If left to his own devices, which he very often was, he would retreat to the room where he kept his malaise. The one room that eluded sunlight with a single window that faced the brick wall of a neighboring apartment. The one room where the sounds of the city were so muted and perplexed that they seemed to physically lay upon the soot filled sill.
Two years ago a pigeon died there after being unable to escape the downdraft of the dark vertical prison. It flew upward for the better part of a day, struggling mightily before accepting its fate. Exhausted and beaten it blinked its confused orange eyes for a last time and then resigned. Months later its feathers took flight once again as if being mocked by death. Afterward it withered away slowly on the sill. So treacherous and remote was the landscape that even flies did not visit the corpse. Finally one day he noticed that the bones had disappeared. Turned to dust.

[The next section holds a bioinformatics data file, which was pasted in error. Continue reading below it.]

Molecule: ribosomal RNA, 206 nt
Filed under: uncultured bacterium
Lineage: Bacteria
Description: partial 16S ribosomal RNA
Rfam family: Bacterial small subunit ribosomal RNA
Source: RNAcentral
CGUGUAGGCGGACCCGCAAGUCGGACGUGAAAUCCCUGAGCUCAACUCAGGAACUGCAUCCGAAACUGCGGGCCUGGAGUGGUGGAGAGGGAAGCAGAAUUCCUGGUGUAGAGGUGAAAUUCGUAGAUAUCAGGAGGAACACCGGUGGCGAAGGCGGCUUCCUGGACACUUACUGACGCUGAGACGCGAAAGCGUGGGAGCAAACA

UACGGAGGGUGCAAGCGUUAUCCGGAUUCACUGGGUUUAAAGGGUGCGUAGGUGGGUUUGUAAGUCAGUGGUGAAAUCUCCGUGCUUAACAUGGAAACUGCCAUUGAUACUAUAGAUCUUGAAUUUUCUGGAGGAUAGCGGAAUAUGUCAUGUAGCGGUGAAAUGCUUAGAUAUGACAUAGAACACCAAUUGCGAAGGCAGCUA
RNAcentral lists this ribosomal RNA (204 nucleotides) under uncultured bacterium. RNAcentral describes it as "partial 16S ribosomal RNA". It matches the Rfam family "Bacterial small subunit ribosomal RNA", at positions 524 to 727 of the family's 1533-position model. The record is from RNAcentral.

He never once opened the window, figuring that the air would poison the room. One day, in a fit of curiosity he wondered if other windows faced the wall? Surely that must be the case. Uncharacteristically he climbed the staircase to the floor above where he stood at the door of his upstairs neighbor. He stared at the apartment number and listened, for what he wasn’t sure.
Upon returning to the room he noticed that it had begun to rain.
– Thom Middlebrook